[In this essay, Hundert and Nelles support the argument advanced by Judith Shklar that Montesquieu describes liberty as requiring a theatrical public sphere, adding that the Persian Letters reflect Montesquieu's earlier explorations of this idea. The authors focus on the structure and genre of the novel to demonstrate how Montesquieu uses the unusual form of the epistolary novel to advance his political philosophy.]

“The crowns and...

(The entire section is 9772 words.)

Roger Boesche (essay date 1990)

(Literary Criticism (1400-1800))

SOURCE: Boesche, Roger. “Fearing Monarchs and Merchants: Montesquieu's Two Theories of Despotism,” Western Political Quarterly 43, 4 (1990): 741-61.

[In this essay, Boesche looks at the theories of despotism present in Montesquieu's De l'Esprit de lois and The Persian Letters. Caught between fear of a too-powerful sovereign and a too-selfish merchant class, Boesche argues, Montesquieu contradicts himself in presenting two significantly different portraits of a despotic society.]

Although he did not invent the word despotism, Montesquieu more than any other author established it in that lexicon of political and politicized words—words such as...

(The entire section is 8971 words.)

Alan Gilbert (essay date 1994)

(Literary Criticism (1400-1800))

SOURCE: Gilbert, Alan. “‘Internal Restlessness’: Individuality, and Community in Montesquieu,” Political Theory 22, 1 (1994): 45-70.

[In this essay, Gilbert draws out the ethical bases of Montesquieu's philosophy, linking his sense of moral justice to his vision of a liberal, interdependent society. Gilbert focuses on Montesquieu's use of the English model to flesh out his interpretation of Montesquieu's ideal commercial state.]


In Spirit of the Laws, Montesquieu began his argument with a striking contrast of the virtue-based politics of ancient small warrior republics and the honor-based...

(The entire section is 10146 words.)

Diana J. Schaub (essay date 1995)

(Literary Criticism (1400-1800))

SOURCE: Schaub, Diana J. “Montesquieu's Untraditional Despotism.” In Erotic Liberalism: Women and Revolution in Montesquieu's Persian Letters, pp. 19-39. Lanham, Md.: Rowman and Littlefield, 1995.

[In this excerpt from her study of Montesquieu's Persian Letters, Schaub discusses Montesquieu's concept of despotism, comparing it to the political philosophy of Tocqueville, Machiavelli, Hobbes, and Locke. Schaub links Montesquieu's own philosophy to his positive view of pleasure and sexuality, embodied in the Persian Letters in his treatment of the women of the seraglio.]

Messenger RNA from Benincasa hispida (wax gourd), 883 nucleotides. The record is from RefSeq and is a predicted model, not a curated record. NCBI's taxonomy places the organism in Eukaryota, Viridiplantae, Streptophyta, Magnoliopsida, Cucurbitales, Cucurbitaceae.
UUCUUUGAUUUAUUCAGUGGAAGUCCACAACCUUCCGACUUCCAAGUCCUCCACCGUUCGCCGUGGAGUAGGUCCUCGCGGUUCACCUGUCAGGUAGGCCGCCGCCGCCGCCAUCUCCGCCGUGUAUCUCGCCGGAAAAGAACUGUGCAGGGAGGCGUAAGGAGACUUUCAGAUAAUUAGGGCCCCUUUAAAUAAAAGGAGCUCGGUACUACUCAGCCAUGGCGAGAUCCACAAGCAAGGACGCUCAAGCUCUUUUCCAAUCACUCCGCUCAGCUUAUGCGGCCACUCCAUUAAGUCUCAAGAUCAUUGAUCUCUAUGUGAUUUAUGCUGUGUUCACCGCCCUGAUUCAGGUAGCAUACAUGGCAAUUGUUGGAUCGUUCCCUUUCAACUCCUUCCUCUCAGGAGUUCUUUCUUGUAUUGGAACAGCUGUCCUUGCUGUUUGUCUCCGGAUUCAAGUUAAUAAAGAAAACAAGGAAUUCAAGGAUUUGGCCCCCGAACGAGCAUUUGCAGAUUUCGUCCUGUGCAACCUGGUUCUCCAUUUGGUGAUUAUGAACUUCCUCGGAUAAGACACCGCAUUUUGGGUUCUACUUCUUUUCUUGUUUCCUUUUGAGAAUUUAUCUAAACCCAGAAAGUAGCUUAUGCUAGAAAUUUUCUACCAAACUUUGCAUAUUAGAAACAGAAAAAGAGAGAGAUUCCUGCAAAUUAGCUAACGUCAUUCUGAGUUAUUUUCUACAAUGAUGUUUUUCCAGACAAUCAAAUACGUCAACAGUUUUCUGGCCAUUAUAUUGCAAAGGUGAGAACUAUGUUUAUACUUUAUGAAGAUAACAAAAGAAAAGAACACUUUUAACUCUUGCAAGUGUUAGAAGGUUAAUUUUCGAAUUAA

Because the Persian Letters is concerned with the articulation of despotic...

(The entire section is 10473 words.)

Christopher Betts (essay date 1997)

(Literary Criticism (1400-1800))

SOURCE: Betts, Christopher. “Constructing Utilitarianism: Montesquieu on Suttee in the Letters Persanes,French Studies 51, 1 (January, 1997): 19-29.

[In this essay, Betts casts a critical eye on Letter 125 of Montesquieu's Persian Letters, in which Montesquieu condemns the Hindu custom of sati, to demonstrate that the principles underlying his argument anticipate the Utilitarianism of a later era. Betts also raises the possibility that the coded message of the letter is not anti-Hindu but anti-Christian.]

The one hundred and twenty-fifth letter of the Lettres persanes, the text of which will be found at the end of this article,...

(The entire section is 4927 words.)

Sharon Krause (essay date 1999)

(Literary Criticism (1400-1800))

SOURCE: Krause, Sharon. “The Politics of Distinction and Disobedience: Honor and the Defense of Liberty in Montesquieu,” Polity 31, 3 (1999): 469-99.

[In this essay, Kraus applies the philosophy of Montesquieu's De l'esprit des lois to modern American politics, arguing that his concept of honor is necessary to contain the growth of sovereign power and to protect individual liberties. Acknowledging that honor is not wholly virtuous, Krause suggests that honor nonetheless works to channel personal ambition for the public good instead of attempting to suppress self-interest altogether.]

Why do men and women sometimes risk their necks to defend their liberties?...

(The entire section is 14858 words.)